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HF 3888

1st Engrossment - 89th Legislature (2015 - 2016) Posted on 04/15/2016 09:20am

KEY: stricken = removed, old language.
underscored = added, new language.

Bill Text Versions

Engrossments
Introduction Posted on 04/11/2016
1st Engrossment Posted on 04/15/2016

Current Version - 1st Engrossment

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A bill for an act
relating to agriculture; appropriating money for certain agriculture-related
purposes; modifying various agriculture-related provisions; making clarifying,
technical, and policy changes; providing a tractor rollover pilot grant program;
establishing an agricultural emergency account; amending Minnesota Statutes 2014, sections 17.117, subdivision 11a; 18B.26, subdivision 3; 41A.12, subdivision 2; Minnesota Statutes 2015 Supplement, sections 41A.14; 41A.15, subdivisions 2, 10, by adding subdivisions; 41A.16, subdivision 1; 41A.17, subdivisions 1, 2; 41A.18, subdivision 1; 116D.04, subdivision 2a; Laws 2015, First Special Session chapter 4, article 1, sections 2, subdivision 4; 5; proposing coding for new law in Minnesota Statutes, chapter 17.

BE IT ENACTED BY THE LEGISLATURE OF THE STATE OF MINNESOTA:

Section 1. new text beginAPPROPRIATIONS.new text end

new text begin The sums shown in the columns marked "Appropriations" are added to the
appropriations in Laws 2015, First Special Session chapter 4, or appropriated to the
agencies and for the purposes specified in this act. The appropriations are from the
general fund, or another named fund, and are available for the fiscal year indicated for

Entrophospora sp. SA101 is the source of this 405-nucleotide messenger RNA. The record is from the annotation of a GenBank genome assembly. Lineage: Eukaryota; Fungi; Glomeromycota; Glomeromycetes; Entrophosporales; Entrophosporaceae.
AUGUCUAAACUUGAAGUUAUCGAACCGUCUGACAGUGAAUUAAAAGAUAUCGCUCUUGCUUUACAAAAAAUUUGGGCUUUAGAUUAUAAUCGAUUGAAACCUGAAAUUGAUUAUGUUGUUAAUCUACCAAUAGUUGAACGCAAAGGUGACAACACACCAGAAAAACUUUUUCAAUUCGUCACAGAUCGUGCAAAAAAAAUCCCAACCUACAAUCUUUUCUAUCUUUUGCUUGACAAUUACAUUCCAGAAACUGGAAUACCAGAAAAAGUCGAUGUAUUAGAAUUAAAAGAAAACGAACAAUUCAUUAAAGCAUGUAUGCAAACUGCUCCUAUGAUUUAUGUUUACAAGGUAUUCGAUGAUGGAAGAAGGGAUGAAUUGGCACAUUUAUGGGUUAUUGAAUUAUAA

each purpose. The figures "2016" and "2017" used in this act mean that the appropriations
listed under them are available for the fiscal year ending June 30, 2016, or June 30, 2017,
respectively. "The first year" is fiscal year 2016. "The second year" is fiscal year 2017.
Appropriations for fiscal year 2016 are effective the day following final enactment.
new text end

new text begin APPROPRIATIONS
new text end
new text begin Available for the Year
new text end
new text begin Ending June 30
new text end
new text begin 2016
new text end
new text begin 2017
new text end

Sec. 2. new text beginDEPARTMENT OF AGRICULTURE
new text end

new text begin Subdivision 1. new text end

new text begin Total Appropriation
new text end

new text begin $
new text end
new text begin -0-
new text end
new text begin $
new text end
new text begin 7,883,000
new text end

new text begin The amounts that may be spent for each
purpose are specified in the following
subdivisions.
new text end

new text begin Subd. 2. new text end

new text begin Animal Health
new text end

new text begin -0-
new text end
new text begin 2,083,000
new text end

new text begin $1,800,000 the second year is for a grant
to the Board of Regents of the University
of Minnesota to develop, in consultation
with the commissioner of agriculture and
the Board of Animal Health, a software
tool or application through the Veterinary
Diagnostic Laboratory that empowers
veterinarians and producers to understand
the movement of unique pathogen strains in
livestock and poultry production systems,
monitor antibiotic resistance, and implement
effective biosecurity measures that promote
animal health and limit production losses.
This is a onetime appropriation available
until June 30, 2019.
new text end

new text begin $283,000 the second year is for a grant to
the Board of Regents of the University of
Minnesota to maintain and increase animal
disease testing capacity through the purchase
of Veterinary Diagnostic Laboratory
equipment. This is a onetime appropriation.
new text end

new text begin Subd. 3. new text end

new text begin Farm Safety
new text end

new text begin -0-
new text end